The President clarified he did not mean to hold back the senators, but would like to think that they were responsible enough to continue performing their other lawmaking duties.

All evidence must be presented, he said, so that those who must be charged should be charged and those who must be absolved should be absolved so “we can all focus and go back to our other work.”

* * *

PRESUMED INNOCENT: The President is not only keeping Binay in his official family. In the last Cabinet meeting, he gave the Vice President, his housing adviser, assignments on dwellings in the Visayas areas devastated one year ago this month by super-typhoon Yolanda.

Obviously unprepared to cut off Binay despite the pile of corruption charges being hurled against him by LP partisans, the President said:

“I think the Vice President, without taking any side, is entitled to the presumption of innocence until proven guilty which is a fundamental right found in Article 3 of the Constitution.” (In the hearing, however, the tenor of the senators is that Binay is guilty until he can prove his innocence.)

He noted that it was easy to make accusations but also difficult when there was no proof to those accusations, but that “at the end of the day there will be evidence, one way or the other, and then ensure that all of the processes are carried out.”

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DRILON OPTION: Sooner or later, President Aquino will have to make clear his political and personal inclination. He cannot assume a protective posture in relation to Binay, especially when the LP reaches the advanced stages of choosing a standard bearer.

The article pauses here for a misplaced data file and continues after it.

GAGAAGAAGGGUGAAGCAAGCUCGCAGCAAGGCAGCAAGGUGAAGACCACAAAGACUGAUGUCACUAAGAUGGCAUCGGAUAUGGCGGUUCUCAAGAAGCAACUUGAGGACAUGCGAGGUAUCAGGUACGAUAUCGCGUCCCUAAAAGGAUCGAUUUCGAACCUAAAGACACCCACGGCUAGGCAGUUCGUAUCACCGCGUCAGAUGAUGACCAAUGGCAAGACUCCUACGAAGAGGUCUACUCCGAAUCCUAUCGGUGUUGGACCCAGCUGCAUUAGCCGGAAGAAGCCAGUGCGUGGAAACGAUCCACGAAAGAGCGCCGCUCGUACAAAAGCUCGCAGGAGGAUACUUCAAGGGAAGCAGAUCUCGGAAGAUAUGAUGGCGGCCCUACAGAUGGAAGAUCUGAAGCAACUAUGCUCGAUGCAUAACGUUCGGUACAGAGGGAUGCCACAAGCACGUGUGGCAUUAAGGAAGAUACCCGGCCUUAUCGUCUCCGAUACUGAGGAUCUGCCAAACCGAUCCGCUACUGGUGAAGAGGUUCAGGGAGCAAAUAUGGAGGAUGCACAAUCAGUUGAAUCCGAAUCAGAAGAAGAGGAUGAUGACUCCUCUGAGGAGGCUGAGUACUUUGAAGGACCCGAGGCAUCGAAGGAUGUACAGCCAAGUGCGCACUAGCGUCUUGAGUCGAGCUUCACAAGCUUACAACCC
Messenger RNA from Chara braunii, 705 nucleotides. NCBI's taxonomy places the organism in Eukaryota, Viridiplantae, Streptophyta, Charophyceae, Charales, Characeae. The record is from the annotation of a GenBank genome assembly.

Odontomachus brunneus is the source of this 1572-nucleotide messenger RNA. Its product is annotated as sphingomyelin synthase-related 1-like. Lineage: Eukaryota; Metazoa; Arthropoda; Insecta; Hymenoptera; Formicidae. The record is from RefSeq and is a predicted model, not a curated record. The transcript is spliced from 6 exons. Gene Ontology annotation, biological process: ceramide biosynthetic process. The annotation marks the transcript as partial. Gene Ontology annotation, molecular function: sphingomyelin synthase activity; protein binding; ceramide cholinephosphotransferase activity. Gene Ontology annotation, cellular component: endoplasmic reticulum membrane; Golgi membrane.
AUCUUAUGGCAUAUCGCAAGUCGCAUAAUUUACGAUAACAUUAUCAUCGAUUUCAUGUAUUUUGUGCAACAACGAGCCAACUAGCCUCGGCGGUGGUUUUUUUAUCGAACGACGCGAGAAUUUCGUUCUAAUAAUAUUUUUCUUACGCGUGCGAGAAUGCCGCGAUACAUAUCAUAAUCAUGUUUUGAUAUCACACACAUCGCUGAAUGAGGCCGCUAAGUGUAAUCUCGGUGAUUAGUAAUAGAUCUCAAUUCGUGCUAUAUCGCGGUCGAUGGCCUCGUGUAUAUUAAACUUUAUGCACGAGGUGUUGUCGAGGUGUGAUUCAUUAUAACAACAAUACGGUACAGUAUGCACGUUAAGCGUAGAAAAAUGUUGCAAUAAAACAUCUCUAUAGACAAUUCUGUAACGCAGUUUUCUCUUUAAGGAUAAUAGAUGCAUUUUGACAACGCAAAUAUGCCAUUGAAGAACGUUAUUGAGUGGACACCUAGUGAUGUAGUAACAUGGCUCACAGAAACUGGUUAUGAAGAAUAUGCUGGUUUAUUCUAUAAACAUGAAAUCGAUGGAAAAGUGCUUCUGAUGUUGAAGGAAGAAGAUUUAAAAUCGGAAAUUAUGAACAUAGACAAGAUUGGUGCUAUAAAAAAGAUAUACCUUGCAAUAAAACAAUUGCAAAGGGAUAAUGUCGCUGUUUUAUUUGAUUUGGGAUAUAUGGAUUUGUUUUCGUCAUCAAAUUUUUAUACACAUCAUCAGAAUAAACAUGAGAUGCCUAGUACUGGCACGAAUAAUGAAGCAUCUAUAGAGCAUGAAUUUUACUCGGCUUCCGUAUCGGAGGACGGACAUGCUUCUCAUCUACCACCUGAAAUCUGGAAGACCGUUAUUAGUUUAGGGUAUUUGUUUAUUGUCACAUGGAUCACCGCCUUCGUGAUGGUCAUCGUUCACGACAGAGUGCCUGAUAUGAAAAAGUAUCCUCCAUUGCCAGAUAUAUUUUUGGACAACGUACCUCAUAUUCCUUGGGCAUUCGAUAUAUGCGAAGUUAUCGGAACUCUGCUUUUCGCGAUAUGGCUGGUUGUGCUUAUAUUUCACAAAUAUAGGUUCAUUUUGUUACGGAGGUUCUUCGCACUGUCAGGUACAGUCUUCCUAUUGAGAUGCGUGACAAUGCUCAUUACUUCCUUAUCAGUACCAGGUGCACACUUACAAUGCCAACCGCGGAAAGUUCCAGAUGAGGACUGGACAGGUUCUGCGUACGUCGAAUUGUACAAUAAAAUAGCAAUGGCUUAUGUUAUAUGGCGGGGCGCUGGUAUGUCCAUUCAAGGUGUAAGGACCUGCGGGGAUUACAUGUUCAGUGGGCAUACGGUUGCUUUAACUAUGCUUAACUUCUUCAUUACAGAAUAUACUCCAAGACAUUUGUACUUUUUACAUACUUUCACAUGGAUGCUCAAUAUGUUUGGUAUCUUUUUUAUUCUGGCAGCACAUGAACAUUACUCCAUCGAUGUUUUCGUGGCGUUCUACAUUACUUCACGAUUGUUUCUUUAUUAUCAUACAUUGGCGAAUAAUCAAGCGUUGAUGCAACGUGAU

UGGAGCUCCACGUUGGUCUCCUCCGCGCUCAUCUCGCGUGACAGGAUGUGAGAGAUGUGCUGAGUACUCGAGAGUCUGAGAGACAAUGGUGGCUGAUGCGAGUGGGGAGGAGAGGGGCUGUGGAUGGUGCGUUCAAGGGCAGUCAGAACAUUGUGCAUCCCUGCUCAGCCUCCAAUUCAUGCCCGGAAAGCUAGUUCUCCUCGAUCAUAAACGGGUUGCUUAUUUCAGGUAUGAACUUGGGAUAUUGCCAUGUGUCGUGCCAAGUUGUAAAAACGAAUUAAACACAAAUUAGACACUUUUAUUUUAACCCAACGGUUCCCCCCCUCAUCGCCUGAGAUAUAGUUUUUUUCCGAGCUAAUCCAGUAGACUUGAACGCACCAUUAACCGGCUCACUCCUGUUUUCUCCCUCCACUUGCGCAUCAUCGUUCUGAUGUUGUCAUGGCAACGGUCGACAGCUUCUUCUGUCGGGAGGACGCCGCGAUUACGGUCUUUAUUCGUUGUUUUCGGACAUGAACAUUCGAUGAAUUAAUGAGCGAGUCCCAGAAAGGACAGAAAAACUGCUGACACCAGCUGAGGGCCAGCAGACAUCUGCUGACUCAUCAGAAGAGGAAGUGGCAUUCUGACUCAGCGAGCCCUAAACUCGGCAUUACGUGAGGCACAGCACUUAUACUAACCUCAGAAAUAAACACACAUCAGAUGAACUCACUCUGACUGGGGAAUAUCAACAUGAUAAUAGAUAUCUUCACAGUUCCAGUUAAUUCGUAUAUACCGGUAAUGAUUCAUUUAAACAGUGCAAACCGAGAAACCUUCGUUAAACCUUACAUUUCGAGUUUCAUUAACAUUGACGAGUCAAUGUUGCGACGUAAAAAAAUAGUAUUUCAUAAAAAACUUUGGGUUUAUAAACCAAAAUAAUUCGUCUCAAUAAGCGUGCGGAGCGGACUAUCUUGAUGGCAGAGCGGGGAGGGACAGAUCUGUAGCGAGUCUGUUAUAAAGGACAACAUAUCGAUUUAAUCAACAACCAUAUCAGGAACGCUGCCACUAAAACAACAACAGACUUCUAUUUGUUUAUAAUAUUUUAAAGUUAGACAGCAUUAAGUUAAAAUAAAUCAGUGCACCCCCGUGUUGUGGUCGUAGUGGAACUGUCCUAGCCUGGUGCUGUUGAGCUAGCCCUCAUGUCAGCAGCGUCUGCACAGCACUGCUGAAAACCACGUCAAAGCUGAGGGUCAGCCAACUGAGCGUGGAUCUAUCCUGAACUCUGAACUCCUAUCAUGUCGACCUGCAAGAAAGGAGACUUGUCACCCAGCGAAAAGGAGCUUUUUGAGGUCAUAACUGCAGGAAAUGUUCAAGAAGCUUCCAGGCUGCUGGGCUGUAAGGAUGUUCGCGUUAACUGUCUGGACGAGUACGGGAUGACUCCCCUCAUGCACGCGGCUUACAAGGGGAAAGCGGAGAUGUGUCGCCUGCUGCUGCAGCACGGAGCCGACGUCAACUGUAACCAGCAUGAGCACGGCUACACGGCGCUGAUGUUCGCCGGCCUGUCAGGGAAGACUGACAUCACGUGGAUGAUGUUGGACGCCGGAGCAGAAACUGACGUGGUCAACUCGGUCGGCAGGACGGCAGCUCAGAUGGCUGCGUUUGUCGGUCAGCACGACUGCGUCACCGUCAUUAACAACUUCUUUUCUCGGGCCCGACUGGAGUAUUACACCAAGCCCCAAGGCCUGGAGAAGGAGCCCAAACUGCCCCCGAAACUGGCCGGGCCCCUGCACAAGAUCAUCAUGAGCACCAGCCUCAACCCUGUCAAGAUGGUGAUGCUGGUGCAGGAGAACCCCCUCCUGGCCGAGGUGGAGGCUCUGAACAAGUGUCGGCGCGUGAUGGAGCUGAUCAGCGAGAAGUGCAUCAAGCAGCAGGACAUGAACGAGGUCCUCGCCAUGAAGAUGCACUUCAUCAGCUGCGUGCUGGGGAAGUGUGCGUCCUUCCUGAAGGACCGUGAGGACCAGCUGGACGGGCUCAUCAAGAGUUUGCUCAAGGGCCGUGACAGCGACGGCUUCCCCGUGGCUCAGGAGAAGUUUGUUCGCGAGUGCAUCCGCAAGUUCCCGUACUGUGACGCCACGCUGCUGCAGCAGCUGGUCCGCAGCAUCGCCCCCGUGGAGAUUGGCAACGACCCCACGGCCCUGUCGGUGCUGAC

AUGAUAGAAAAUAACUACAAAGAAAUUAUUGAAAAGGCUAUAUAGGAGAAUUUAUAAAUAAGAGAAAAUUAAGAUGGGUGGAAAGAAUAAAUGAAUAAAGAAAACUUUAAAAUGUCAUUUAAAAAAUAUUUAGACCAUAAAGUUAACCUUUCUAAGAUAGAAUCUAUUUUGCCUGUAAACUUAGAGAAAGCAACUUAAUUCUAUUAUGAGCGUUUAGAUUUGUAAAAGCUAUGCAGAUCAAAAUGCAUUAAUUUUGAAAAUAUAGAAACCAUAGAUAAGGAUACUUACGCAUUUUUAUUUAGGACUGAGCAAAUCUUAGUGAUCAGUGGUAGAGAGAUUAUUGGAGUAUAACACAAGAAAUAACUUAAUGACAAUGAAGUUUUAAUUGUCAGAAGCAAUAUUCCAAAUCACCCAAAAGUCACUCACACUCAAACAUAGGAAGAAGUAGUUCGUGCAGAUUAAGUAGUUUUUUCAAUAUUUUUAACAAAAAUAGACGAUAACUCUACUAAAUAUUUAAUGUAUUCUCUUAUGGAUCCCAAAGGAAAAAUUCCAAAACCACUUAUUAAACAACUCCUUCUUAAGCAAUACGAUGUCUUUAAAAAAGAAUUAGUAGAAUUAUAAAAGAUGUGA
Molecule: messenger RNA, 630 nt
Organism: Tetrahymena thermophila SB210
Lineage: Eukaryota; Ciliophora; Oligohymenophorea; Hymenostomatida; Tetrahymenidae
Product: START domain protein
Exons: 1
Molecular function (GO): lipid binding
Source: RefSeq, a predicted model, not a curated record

Despite his inability to project a winning form, Roxas could still be a viable choice especially if picked as official candidate. Even without him, the party could hustle up an alternative before the electorate turns irretrievably oppositionist.

An option is Drilon, if he is not seriously wounded politically. His allies in the Senate and his handlers must blunt the negative effects of similar charges of plunder and overpricing in the construction of his Iloilo Convention Center project.

* * *

SENATE ON TRIAL: The ICC is partly funded from unconstitutional DAP (Disbursement Acceleration Program) funds and erected by the same construction firm that built the allegedly overpriced Makati parking building for which Binay is being crucified.

Not only Drilon, but also the Senate as an institution, is put to the test with the filing of plunder charges in connection with the Iloilo center.

The Drilon Senate is under pressure to display the same zeal in digging up the dirt under the project, going wherever the evidence will lead it.

With their inquisition of the Vice President as template, the Senate cannot afford to fall short of public expectation. Doing less would only confirm suspicion that the Binay inquiry was just a demolition job to strike him out as a serious contender for the presidency in 2016.

(First published in the Philippine STAR of November 13, 2014)